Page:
The Grand Old Duke of York is a useful chap: first he gets compared to the First Minister marching her troops to the top of the Second Independence Referendum hill only to march them back down again and now joining her on the return journey is council leader Adam McVey and his bid to bounce the SNP government into supporting his tourist tax plan.
While conceding with considerable understatement that “it may take longer to deliver the powers to start collecting”, in July Councillor McVey tweeted the tourism tax plan would be ready to go within a year. Culture and Tourism Secretary Fiona Hyslop’s response was famously instant and terse: “So let’s be clear – you have no shared plans, no tourist business consultation and no agreement with the Scottish Government.”
Undeterred, the concept is the leading item in an extensive blog from Cllr McVey and his Labour deputy Cammy Day outlining their priorities for the next six months. “We fully expect the work we are doing to make a compelling case for the Scottish Government and our Parliament to consider,” he wrote.
Last weekend it was reported that the Scottish Government had backed off the idea and the so-called Transient Visitor Levy would not feature in its Programme for Government and sure enough it was not amongst the 12 bills unveiled by First Minister Nicola Sturgeon on Tuesday. More telling was that in a speech which focused as much on Government activity as specific legislation, TVL didn’t get a mention.
But even had the Scottish Government been willing, the details of the proposed Edinburgh scheme are so scant that the chances of any kind of statute making it into this programme were zero. Or indeed the next one.
We don’t yet know for sure if the tourist tax will affect all hotels and guest houses, whether it’s by the room or bed, or even if it will extend to restaurant and bar bills. The expectation is such a tax will be levied per guest in a hotel or short-stay let, but we can’t be certain. And without the Scottish Government even dipping its toe in the water, we don’t know whether any scheme would be centrally imposed or devolved to councils. Crucially, we don’t know if the cash raised will not be clawed back by a cut in the Scottish Government’s block grant, as are business rates.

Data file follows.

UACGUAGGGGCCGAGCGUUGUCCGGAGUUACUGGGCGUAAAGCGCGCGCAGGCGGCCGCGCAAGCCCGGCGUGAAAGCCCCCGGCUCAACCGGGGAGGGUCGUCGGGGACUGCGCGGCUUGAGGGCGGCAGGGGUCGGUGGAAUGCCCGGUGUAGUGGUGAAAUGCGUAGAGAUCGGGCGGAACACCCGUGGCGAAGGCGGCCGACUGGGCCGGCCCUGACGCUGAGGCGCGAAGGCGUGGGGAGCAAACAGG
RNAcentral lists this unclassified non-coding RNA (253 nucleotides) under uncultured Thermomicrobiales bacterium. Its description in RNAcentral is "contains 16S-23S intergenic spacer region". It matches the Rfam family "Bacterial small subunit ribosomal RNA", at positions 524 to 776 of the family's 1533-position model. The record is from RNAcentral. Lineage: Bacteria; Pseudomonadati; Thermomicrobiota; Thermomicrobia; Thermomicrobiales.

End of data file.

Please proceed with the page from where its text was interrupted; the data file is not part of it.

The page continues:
Cllr McVey points to a public consultation exercise this autumn and further research by Marketing Edinburgh and Edinburgh University economists, but even if Ms Hyslop is eventually persuaded, the TVL is years away from making it into law.
We know this because an oven-ready piece of proposed legislation, the Defamation and Malicious Publications Bill, did not make the Government programme. Personally piloted by the Scottish Law Commission chairman and senior judge Lord Pentland, it was over two years in the making, has undergone full public consultation in both preparation and revision, is backed by freedom of speech campaigners and publishing industries, and has been drafted in minute detail.
So a relatively simple piece of legislation with few political downsides has been sitting on a ministerial desk since Christmas, is ready to go now, not in 12 months, yet it’s now going out for further consultation with only a vague promise to bring forward legislation before the next election.
Despite the rhetoric, the TVL is starting from scratch in legislative terms, with the necessary consultation not even started locally, never mind the national research required for a new law, plus the fact the industry most affected remains bitterly opposed.
With a head of steam, TVL might become law in three years’ time, but the Scottish Government is reluctant to even light the fire.
And when he was up he was up, and when he was down he was down ... but as far as his own government is concerned, Cllr McVey’s TVL isn’t even half-way up.